•  Keep in mind, your food will become very hot�near 350 degrees if properly made. Avoid burns when removing the food from the �stove� and oven mittens are recommended.

 

•  Your reflective material and most of the other supplies, except for the stick and grill, can be placed in the bucket for ease of transportation.

 

This �stove� can be used to cook any foods that can be prepared with a conventional oven and the temperature will reach around 350 degrees. Total cost to make a solar funnel is less than four dollars if a sunshade is used or space blanket (buy most of your supplies in a dollar store). A casualty blanket will raise the price of your �stove� and can be purchased at an Army Surplus store for around eight dollars. But, the casualty blanket can be used to sleep with once your cooking is done. To make your solar �stove�, you'll need,

 

•  A plastic oven roasting bag (about a dollar each or so).

 

•  A dark pot, black works the best (from your home).

 

•  An oven rack or gill rack (from your home).

 

•  Approximately 5 inches of Velcro � (less than a dollar).

 

•  Bucket, wastebasket, or other stable container (from your home)

 

•  Casualty blanket, space blanket, or car sunshade (from two to eight dollars)

 

cooking

In many African and Arab countries, this method of cooking is often the only one available. And, keep in mind, there are many different designs and ways of using the power of the sun to cook with. I have seen them made with sheet metal, aluminum foil, or just about any shiny and reflective surface. Additionally, as shown in the photo, there are even commercial �solar cookers� available on the market. For those that lack electrical power, gas, or firewood, this is an excellent way to cook and the cost is absolutely zero per use.

 

Cooking with the sun is not hard, but it does take a little planning and consideration. Remember to use shiny reflective surfaces for your �stove�, if you have an interior to your �stove� it should be a dark color (black is suggested). If the interior is painted, use a non-toxic paint and one that is heat resistant. Keep in mind, while the pan may not look hot, it can easily reach 350 degrees, so remove the pot with caution to avoid burns. From my research, any foods you can cook in a conventional oven, at 350 degrees can be cooked in a solar �stove� but the cooking times may vary depending on the meal prepared, brightness of the sun, and type of cooker you are using. I also suggest you do a little research on solar cooking to discover the technique you might prefer to use in an emergency.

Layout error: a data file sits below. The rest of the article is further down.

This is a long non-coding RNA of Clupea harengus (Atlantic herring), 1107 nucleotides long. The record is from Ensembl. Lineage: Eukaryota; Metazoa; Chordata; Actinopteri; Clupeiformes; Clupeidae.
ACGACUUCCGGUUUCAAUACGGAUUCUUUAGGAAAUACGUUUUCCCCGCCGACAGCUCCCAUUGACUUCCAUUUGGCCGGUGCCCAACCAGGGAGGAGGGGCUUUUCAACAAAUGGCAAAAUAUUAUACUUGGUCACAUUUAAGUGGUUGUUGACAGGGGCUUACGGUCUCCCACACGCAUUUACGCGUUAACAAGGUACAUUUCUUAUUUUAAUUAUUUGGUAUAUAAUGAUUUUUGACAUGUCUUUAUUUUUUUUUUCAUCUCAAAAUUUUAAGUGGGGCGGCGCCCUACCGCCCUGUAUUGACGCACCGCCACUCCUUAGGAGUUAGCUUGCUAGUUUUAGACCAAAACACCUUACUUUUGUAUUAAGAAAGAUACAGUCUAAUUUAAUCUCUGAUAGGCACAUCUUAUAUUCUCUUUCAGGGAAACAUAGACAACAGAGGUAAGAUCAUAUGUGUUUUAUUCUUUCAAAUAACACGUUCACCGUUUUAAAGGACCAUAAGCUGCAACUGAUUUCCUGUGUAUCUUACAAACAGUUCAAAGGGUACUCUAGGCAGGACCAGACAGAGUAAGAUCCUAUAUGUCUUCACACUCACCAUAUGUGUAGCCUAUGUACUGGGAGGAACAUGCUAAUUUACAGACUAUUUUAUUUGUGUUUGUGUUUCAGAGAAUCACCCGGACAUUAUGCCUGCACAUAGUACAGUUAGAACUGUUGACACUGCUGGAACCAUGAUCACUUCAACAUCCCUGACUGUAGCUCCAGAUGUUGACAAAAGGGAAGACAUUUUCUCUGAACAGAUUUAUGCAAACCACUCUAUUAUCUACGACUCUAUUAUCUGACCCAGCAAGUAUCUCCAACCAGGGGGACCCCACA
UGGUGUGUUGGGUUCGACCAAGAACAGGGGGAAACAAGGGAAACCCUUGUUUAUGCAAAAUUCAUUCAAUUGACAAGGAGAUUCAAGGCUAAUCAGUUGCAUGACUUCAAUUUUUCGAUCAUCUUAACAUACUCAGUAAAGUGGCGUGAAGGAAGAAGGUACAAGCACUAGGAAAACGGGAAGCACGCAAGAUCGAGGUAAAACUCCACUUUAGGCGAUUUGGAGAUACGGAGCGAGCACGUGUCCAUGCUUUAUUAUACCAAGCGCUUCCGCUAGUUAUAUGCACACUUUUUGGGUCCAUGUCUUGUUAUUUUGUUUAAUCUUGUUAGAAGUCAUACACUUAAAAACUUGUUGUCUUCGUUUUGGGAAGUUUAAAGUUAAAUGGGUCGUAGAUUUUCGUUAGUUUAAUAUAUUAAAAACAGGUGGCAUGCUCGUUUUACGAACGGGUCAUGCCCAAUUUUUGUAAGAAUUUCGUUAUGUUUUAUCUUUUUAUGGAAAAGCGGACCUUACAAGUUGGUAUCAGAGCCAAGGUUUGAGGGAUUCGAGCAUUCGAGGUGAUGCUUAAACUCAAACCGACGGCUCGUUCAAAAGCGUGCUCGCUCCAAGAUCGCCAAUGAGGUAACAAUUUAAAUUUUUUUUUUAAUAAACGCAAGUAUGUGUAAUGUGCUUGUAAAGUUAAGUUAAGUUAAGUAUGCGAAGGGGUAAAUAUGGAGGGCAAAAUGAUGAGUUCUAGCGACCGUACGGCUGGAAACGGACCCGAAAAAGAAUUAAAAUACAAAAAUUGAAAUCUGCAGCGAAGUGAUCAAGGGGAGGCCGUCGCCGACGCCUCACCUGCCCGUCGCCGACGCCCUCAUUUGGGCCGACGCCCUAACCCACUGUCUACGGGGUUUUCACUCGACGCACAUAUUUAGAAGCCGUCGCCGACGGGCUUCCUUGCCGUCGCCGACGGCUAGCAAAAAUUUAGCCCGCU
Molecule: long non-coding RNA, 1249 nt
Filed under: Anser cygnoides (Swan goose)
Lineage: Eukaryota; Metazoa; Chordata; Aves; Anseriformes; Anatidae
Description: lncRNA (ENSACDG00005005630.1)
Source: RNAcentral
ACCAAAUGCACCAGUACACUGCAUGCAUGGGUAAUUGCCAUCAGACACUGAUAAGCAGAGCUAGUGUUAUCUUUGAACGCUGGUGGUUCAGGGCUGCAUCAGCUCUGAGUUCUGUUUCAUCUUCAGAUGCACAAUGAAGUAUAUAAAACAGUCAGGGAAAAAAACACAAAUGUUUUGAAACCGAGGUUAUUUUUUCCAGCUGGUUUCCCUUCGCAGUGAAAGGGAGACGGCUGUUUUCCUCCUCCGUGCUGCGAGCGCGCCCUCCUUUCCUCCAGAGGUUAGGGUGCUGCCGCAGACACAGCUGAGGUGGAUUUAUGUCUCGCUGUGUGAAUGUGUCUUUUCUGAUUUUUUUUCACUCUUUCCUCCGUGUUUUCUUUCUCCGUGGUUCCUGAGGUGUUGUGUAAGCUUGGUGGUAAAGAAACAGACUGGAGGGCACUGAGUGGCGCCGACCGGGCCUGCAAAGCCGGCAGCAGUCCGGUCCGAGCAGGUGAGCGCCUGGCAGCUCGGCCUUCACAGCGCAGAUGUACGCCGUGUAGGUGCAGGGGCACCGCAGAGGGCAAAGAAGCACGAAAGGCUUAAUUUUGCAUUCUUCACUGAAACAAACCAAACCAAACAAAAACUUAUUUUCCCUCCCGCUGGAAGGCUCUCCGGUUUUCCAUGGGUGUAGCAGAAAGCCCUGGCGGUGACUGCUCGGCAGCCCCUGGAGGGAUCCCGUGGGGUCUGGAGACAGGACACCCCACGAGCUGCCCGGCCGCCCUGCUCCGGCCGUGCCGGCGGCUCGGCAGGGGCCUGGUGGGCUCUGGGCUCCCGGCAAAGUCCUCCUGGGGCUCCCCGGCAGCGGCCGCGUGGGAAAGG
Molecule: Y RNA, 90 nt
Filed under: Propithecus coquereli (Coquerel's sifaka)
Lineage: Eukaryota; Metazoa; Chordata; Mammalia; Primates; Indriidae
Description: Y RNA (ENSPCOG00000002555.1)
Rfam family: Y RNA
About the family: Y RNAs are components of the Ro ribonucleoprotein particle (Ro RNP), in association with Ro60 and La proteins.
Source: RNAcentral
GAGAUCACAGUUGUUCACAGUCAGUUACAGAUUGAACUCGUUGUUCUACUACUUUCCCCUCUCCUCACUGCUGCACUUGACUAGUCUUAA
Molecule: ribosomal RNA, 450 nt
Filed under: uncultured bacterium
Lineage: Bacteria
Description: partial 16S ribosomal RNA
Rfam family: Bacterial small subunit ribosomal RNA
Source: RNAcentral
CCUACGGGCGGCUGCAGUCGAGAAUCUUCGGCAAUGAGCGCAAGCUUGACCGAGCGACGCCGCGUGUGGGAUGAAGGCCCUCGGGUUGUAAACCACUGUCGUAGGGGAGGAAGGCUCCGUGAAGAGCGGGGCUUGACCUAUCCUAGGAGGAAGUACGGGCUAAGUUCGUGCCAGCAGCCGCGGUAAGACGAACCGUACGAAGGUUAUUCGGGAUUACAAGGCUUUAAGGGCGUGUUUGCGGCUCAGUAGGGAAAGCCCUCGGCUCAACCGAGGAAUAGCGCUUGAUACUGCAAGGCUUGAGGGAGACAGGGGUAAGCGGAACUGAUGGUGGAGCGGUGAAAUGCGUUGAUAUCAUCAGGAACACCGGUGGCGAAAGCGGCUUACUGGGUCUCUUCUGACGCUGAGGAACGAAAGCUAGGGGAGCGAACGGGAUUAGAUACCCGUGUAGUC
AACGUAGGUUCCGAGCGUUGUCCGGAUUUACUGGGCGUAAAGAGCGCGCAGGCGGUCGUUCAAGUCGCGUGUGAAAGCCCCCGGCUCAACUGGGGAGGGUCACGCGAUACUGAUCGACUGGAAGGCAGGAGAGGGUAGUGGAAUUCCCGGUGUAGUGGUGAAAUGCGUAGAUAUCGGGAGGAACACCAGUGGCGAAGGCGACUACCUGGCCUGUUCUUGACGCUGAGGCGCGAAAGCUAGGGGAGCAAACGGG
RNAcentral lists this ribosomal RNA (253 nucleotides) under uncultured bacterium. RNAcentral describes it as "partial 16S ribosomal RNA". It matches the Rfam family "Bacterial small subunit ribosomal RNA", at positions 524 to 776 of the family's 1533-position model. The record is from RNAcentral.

cooking

 

Solar cooking can be done in most areas of the world, even in the arctic. In the event of a survival situation, it only takes a few minutes to have your stove operational and it use. The key to using the sun to cook with is making sure you have the needed materials on hand before you need them. Once the power goes out, the gas quits flowing, the wood is gone, or your stranded, is not the time to think about solar cooking. Your cooking method should have already been planned. Keep the materials you will need stored in the home or your vehicle for use when needed, and the cost is almost nothing.

 

If you are interested in learning more abou t solar cooking, visit Solar Cookers International and The Solar Cooking Archive at http://solarcooking.org . They have a large selection of photos and many articles on various ways to cook with the power of the sun.

  Cooking

Note: The photos of the African village (bolivia-inti5-hr.jpg), the commercial solar cooker (cookits1.jpg), and the man removing the roasted chicken (bob-metcalf-cooking.jpg), were used with permission from Tom Sponheim of Solar Cookers International ).

 

 

Solar Cooking

 

 

 

Gary Benton has over 45 years of outdoor experience in camping, hiking, fishing, and other activities. He's no armchair survival man, he's walked the walk from the arctic to the desert and all the area in between. Gary has an associates degree in Search and Rescue, Survival Operations, a B.S. in Industrial Occupational safety, and all but his thesis completed for a M.S. in Counseling Psychology.